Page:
7 top retinol myths, debunked

Phoebe Tonkin retinol myths debunked

We clear the air about the powerhouse ingredient

If you’re looking to reverse the signs of ageing and prevent new wrinkles from forming while also reducing acne and the scars they often leave behind, one of the top ingredients you should be reaching for is retinol. But we’re sure many of you already know that. After all, retinol (a vitamin A derivative) has been touted as the number one anti-ageing ingredient for some time. However, as retinol has become more and more popular, we’ve noticed a wealth of misinformation floating around about the powerhouse ingredient. That’s why we wanted to clear the air and debunk the top retinol myths with the help of Paula’s Choice Skin Care’s founder, Paula Begoun.  

#1 / Retinol peels off the top layer of skin

While it’s understandable some people may think retinol works by peeling off the top layer of skin in order to reveal new skin underneath, Begoun explains “this is not at all what retinol should be doing. If anything, [any peeling] may be a sign retinol is not the ingredient for you”. 

She adds, “retinol is not an exfoliant; rather it changes how new skin cells are formed in the lower layers of skin and improves how they move through the various layers of skin until they reach the surface. That is not the same as exfoliation, which is a natural process of skin shedding dead cells so they don’t build up and cause problems.”

Instead, Begoun warns any flaking or peeling is a sign your skin is being irritated by retinol. This can happen for a small portion of people when retinol products are used too often or in too high a dose.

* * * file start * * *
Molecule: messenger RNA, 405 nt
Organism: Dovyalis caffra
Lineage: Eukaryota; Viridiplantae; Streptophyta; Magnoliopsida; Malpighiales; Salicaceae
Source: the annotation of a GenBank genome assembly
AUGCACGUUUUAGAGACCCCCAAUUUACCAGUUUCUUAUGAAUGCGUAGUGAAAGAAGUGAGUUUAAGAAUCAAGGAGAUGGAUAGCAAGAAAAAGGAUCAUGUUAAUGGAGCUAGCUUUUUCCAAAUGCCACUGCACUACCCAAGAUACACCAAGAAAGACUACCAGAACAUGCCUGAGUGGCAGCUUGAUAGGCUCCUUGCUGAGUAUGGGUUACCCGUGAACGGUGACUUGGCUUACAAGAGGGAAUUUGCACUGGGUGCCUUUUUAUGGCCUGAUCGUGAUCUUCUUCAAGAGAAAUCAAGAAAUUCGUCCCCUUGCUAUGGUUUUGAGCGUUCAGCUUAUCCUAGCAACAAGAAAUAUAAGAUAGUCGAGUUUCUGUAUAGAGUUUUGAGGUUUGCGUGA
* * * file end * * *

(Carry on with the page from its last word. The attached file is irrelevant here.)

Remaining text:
To avoid any risk of irritation, when using a retinol product for the first time, start slowly with just one or two applications a week and choose a formula with a low retinol concentration (between 0.1 and 0.5 per cent) to begin with.

#2 / Expensive retinol products are the only ones worth buying

“As is true with all skin care products – there are great expensive ones and bad expensive ones. The same is true for inexpensive skin care products – some are good and some are poorly formulated,” explains Begoun. When you’re on the hunt for a product formulated with retinol, she recommends looking for products that “contain an impressive mix of other anti-ageing ingredients (such as antioxidants and peptides). They should also never come in jar packaging. All skin care products are unstable when exposed to air, but that is even truer for retinol.” 

It’s also important to note your retinol products should be housed in dark bottles and kept away from direct sunlight exposure, as UVA and UVB rays can destabilise the ingredient.  

#3 / Stronger retinol formulas are more effective

Despite a plethora of research suggesting that retinols can produce visible benefits in a range of strengths from 0.03 up to two per cent, this myth that the stronger the better manages to live on. As we already mentioned previously, for some people, especially those new to retinol, stronger concentrations aren’t always better. Begoun says, “there are those who get great results from alternating between higher and lower strengths of retinol. Which strength you choose should be based on your history with retinol, whether you’re currently using a topical prescription retinoid product, and your skin concerns. For example, someone in their 40s with advanced signs of sun damage and deeper wrinkles should try a higher strength retinol, while someone in their 30s with fine lines and uneven skin tone can use a lower strength and graduate to stronger retinol products if and when it’s needed”.

#4 / Retinol only tackles fine lines and wrinkles